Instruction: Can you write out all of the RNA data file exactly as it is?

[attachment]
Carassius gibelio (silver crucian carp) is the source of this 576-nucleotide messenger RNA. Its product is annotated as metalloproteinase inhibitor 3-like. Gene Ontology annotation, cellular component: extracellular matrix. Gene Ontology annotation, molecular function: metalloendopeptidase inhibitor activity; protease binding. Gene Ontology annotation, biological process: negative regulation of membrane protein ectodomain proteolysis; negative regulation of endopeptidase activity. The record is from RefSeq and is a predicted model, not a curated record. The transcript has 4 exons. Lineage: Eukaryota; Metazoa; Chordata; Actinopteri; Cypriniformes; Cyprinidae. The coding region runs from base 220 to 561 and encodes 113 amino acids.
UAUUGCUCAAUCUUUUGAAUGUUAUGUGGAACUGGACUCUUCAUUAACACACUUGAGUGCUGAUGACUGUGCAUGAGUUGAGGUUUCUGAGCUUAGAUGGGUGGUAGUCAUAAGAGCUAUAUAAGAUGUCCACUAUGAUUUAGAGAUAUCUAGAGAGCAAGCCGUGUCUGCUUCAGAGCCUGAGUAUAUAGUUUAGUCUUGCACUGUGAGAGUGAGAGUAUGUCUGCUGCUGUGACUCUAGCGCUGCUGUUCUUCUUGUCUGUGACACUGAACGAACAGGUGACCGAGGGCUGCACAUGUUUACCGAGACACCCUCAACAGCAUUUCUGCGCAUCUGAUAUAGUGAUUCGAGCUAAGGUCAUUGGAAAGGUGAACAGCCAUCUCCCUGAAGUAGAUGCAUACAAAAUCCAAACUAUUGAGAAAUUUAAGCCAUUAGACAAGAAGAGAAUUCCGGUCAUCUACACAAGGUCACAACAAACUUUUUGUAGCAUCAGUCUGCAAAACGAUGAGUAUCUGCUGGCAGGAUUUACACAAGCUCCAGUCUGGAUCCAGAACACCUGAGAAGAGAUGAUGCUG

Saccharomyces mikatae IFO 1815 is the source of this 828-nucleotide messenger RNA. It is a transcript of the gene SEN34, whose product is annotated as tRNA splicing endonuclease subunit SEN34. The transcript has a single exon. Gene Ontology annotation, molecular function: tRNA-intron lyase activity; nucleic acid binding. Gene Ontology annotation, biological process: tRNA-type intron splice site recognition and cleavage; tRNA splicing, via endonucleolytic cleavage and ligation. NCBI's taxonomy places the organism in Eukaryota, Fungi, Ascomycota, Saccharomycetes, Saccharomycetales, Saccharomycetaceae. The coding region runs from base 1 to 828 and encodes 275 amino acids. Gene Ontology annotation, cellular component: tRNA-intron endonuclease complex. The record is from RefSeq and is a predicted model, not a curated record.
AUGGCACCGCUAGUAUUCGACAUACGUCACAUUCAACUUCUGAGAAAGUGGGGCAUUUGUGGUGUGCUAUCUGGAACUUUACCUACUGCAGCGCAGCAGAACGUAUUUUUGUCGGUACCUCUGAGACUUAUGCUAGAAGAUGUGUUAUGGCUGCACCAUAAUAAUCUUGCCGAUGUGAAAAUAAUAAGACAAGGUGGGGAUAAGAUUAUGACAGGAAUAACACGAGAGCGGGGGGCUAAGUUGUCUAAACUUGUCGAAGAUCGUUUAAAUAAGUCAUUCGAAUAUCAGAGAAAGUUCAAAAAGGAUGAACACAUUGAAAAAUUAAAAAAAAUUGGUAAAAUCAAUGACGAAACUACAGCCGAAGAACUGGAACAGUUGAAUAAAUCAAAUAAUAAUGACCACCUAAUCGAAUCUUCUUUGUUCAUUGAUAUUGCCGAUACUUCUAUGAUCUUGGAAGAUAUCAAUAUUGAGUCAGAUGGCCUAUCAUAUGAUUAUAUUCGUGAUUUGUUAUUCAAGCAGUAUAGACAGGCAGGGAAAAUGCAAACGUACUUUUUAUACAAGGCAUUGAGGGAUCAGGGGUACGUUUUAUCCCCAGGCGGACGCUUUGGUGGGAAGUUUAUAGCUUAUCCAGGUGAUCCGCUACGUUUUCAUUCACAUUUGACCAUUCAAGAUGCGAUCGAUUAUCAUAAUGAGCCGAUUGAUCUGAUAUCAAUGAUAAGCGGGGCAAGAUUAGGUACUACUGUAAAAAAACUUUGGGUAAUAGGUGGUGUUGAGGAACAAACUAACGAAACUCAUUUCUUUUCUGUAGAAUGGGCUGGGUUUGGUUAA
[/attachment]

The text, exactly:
Carassius gibelio (silver crucian carp) is the source of this 576-nucleotide messenger RNA. Its product is annotated as metalloproteinase inhibitor 3-like. Gene Ontology annotation, cellular component: extracellular matrix. Gene Ontology annotation, molecular function: metalloendopeptidase inhibitor activity; protease binding. Gene Ontology annotation, biological process: negative regulation of membrane protein ectodomain proteolysis; negative regulation of endopeptidase activity. The record is from RefSeq and is a predicted model, not a curated record. The transcript has 4 exons. Lineage: Eukaryota; Metazoa; Chordata; Actinopteri; Cypriniformes; Cyprinidae. The coding region runs from base 220 to 561 and encodes 113 amino acids.
UAUUGCUCAAUCUUUUGAAUGUUAUGUGGAACUGGACUCUUCAUUAACACACUUGAGUGCUGAUGACUGUGCAUGAGUUGAGGUUUCUGAGCUUAGAUGGGUGGUAGUCAUAAGAGCUAUAUAAGAUGUCCACUAUGAUUUAGAGAUAUCUAGAGAGCAAGCCGUGUCUGCUUCAGAGCCUGAGUAUAUAGUUUAGUCUUGCACUGUGAGAGUGAGAGUAUGUCUGCUGCUGUGACUCUAGCGCUGCUGUUCUUCUUGUCUGUGACACUGAACGAACAGGUGACCGAGGGCUGCACAUGUUUACCGAGACACCCUCAACAGCAUUUCUGCGCAUCUGAUAUAGUGAUUCGAGCUAAGGUCAUUGGAAAGGUGAACAGCCAUCUCCCUGAAGUAGAUGCAUACAAAAUCCAAACUAUUGAGAAAUUUAAGCCAUUAGACAAGAAGAGAAUUCCGGUCAUCUACACAAGGUCACAACAAACUUUUUGUAGCAUCAGUCUGCAAAACGAUGAGUAUCUGCUGGCAGGAUUUACACAAGCUCCAGUCUGGAUCCAGAACACCUGAGAAGAGAUGAUGCUG

Saccharomyces mikatae IFO 1815 is the source of this 828-nucleotide messenger RNA. It is a transcript of the gene SEN34, whose product is annotated as tRNA splicing endonuclease subunit SEN34. The transcript has a single exon. Gene Ontology annotation, molecular function: tRNA-intron lyase activity; nucleic acid binding. Gene Ontology annotation, biological process: tRNA-type intron splice site recognition and cleavage; tRNA splicing, via endonucleolytic cleavage and ligation. NCBI's taxonomy places the organism in Eukaryota, Fungi, Ascomycota, Saccharomycetes, Saccharomycetales, Saccharomycetaceae. The coding region runs from base 1 to 828 and encodes 275 amino acids. Gene Ontology annotation, cellular component: tRNA-intron endonuclease complex. The record is from RefSeq and is a predicted model, not a curated record.
AUGGCACCGCUAGUAUUCGACAUACGUCACAUUCAACUUCUGAGAAAGUGGGGCAUUUGUGGUGUGCUAUCUGGAACUUUACCUACUGCAGCGCAGCAGAACGUAUUUUUGUCGGUACCUCUGAGACUUAUGCUAGAAGAUGUGUUAUGGCUGCACCAUAAUAAUCUUGCCGAUGUGAAAAUAAUAAGACAAGGUGGGGAUAAGAUUAUGACAGGAAUAACACGAGAGCGGGGGGCUAAGUUGUCUAAACUUGUCGAAGAUCGUUUAAAUAAGUCAUUCGAAUAUCAGAGAAAGUUCAAAAAGGAUGAACACAUUGAAAAAUUAAAAAAAAUUGGUAAAAUCAAUGACGAAACUACAGCCGAAGAACUGGAACAGUUGAAUAAAUCAAAUAAUAAUGACCACCUAAUCGAAUCUUCUUUGUUCAUUGAUAUUGCCGAUACUUCUAUGAUCUUGGAAGAUAUCAAUAUUGAGUCAGAUGGCCUAUCAUAUGAUUAUAUUCGUGAUUUGUUAUUCAAGCAGUAUAGACAGGCAGGGAAAAUGCAAACGUACUUUUUAUACAAGGCAUUGAGGGAUCAGGGGUACGUUUUAUCCCCAGGCGGACGCUUUGGUGGGAAGUUUAUAGCUUAUCCAGGUGAUCCGCUACGUUUUCAUUCACAUUUGACCAUUCAAGAUGCGAUCGAUUAUCAUAAUGAGCCGAUUGAUCUGAUAUCAAUGAUAAGCGGGGCAAGAUUAGGUACUACUGUAAAAAAACUUUGGGUAAUAGGUGGUGUUGAGGAACAAACUAACGAAACUCAUUUCUUUUCUGUAGAAUGGGCUGGGUUUGGUUAA